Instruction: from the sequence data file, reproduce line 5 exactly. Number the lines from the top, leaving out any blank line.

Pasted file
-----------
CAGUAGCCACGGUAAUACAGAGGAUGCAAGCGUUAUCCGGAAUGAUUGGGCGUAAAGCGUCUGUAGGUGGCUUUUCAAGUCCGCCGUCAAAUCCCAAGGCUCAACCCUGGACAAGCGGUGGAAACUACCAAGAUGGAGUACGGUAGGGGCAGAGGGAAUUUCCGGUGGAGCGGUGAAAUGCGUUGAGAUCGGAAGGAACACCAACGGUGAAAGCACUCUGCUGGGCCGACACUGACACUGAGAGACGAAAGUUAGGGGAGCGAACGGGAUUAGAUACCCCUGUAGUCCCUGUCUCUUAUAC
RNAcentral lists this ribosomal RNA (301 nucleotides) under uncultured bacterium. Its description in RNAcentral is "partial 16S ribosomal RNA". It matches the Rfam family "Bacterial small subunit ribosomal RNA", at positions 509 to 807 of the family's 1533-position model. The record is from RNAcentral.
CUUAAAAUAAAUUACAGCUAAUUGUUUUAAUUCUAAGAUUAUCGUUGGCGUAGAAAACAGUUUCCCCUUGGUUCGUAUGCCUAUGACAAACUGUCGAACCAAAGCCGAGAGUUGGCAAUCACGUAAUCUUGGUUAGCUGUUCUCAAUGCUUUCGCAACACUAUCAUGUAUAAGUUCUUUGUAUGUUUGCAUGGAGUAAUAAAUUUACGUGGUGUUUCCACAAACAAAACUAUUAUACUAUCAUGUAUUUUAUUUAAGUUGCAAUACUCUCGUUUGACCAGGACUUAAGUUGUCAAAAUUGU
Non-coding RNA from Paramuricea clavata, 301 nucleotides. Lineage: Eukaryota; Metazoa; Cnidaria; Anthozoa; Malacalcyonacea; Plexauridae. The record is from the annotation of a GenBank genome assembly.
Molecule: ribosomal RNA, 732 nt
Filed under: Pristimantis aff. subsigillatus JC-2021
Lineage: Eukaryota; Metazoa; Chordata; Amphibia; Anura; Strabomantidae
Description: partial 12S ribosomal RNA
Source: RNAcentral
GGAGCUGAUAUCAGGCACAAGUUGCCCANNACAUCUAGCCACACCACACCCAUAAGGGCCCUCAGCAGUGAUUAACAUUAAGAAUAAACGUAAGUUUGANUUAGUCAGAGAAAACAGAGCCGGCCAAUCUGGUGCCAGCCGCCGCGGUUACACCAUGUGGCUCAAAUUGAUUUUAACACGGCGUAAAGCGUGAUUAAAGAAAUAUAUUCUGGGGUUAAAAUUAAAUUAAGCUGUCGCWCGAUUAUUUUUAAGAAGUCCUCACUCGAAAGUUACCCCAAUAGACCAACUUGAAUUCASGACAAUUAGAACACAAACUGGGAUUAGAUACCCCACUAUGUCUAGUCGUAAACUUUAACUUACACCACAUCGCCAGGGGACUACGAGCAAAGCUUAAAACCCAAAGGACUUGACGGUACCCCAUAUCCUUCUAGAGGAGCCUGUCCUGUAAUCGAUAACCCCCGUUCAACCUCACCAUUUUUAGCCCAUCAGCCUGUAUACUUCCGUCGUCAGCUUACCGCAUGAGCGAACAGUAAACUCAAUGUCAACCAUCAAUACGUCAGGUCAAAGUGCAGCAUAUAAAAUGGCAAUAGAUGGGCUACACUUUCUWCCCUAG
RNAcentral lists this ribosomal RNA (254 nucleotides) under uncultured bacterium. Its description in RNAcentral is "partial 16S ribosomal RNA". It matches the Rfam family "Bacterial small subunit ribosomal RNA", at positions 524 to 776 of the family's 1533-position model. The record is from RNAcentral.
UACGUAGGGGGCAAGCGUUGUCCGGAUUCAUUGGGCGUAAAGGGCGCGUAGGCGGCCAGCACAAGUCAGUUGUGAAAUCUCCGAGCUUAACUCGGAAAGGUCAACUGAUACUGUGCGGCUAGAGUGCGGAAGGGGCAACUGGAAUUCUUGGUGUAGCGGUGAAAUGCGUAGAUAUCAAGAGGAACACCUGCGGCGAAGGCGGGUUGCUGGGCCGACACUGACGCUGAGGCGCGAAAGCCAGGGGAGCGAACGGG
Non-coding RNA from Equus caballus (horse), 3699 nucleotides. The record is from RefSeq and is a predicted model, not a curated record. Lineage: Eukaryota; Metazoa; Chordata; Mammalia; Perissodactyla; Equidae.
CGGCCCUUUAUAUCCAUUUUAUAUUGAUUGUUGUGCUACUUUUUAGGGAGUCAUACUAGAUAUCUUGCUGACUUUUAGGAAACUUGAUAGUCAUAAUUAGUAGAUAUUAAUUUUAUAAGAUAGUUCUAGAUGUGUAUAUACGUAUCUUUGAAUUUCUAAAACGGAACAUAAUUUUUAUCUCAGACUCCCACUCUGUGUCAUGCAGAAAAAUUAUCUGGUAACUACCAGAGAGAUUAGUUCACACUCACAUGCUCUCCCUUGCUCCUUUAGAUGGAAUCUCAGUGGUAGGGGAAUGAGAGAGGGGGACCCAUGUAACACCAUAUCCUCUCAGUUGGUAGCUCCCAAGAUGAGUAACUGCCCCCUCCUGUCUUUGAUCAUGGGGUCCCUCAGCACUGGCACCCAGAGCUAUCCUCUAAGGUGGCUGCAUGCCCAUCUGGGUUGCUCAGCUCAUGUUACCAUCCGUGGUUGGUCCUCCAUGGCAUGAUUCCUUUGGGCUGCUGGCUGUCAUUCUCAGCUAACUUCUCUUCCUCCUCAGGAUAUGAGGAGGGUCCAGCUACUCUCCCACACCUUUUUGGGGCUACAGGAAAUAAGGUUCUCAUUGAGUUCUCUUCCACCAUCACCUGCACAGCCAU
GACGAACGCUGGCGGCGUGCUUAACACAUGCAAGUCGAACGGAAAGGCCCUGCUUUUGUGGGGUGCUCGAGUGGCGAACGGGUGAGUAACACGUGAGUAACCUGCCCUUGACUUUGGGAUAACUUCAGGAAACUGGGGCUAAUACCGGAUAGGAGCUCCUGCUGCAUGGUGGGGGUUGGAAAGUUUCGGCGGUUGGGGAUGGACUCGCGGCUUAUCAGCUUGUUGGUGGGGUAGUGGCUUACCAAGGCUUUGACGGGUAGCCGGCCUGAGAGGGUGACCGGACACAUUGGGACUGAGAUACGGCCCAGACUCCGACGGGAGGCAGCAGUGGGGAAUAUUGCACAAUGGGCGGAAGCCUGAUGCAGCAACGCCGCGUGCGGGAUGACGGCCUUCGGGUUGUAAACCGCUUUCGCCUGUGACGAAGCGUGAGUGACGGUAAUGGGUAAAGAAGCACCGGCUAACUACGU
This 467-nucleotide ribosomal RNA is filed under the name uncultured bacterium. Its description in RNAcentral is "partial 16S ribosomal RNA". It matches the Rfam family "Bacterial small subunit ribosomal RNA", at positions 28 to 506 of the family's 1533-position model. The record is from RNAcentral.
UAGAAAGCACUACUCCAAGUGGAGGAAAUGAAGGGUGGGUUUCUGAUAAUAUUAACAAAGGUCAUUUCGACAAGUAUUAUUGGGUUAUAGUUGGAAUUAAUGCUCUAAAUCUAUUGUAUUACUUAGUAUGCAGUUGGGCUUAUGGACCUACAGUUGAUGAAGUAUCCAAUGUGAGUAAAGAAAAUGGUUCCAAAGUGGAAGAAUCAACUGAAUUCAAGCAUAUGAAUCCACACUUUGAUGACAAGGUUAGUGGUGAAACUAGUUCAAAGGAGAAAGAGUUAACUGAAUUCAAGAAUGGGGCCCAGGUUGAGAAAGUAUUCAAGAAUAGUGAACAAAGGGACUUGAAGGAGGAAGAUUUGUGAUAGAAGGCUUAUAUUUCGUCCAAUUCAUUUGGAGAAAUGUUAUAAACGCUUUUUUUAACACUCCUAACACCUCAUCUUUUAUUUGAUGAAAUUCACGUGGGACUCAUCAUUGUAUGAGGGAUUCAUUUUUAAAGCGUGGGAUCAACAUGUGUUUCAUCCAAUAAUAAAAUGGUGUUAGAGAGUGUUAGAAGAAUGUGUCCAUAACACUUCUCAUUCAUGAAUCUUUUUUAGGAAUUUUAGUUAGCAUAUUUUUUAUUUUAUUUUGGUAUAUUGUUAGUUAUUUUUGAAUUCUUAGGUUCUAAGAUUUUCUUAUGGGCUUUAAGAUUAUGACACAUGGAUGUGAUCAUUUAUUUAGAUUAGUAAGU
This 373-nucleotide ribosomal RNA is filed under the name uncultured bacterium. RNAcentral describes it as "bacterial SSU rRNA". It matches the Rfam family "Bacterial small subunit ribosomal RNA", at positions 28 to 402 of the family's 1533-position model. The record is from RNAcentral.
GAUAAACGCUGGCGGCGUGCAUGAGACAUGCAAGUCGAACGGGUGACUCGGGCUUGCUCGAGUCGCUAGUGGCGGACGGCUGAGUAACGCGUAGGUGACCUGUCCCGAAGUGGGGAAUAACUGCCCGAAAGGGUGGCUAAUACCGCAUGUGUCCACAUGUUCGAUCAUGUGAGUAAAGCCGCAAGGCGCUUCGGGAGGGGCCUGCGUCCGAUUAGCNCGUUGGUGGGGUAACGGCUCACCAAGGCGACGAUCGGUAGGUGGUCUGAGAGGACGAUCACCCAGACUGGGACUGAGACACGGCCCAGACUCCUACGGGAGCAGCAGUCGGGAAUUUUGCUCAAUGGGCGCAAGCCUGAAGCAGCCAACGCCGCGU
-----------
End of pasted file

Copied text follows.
Molecule: ribosomal RNA, 732 nt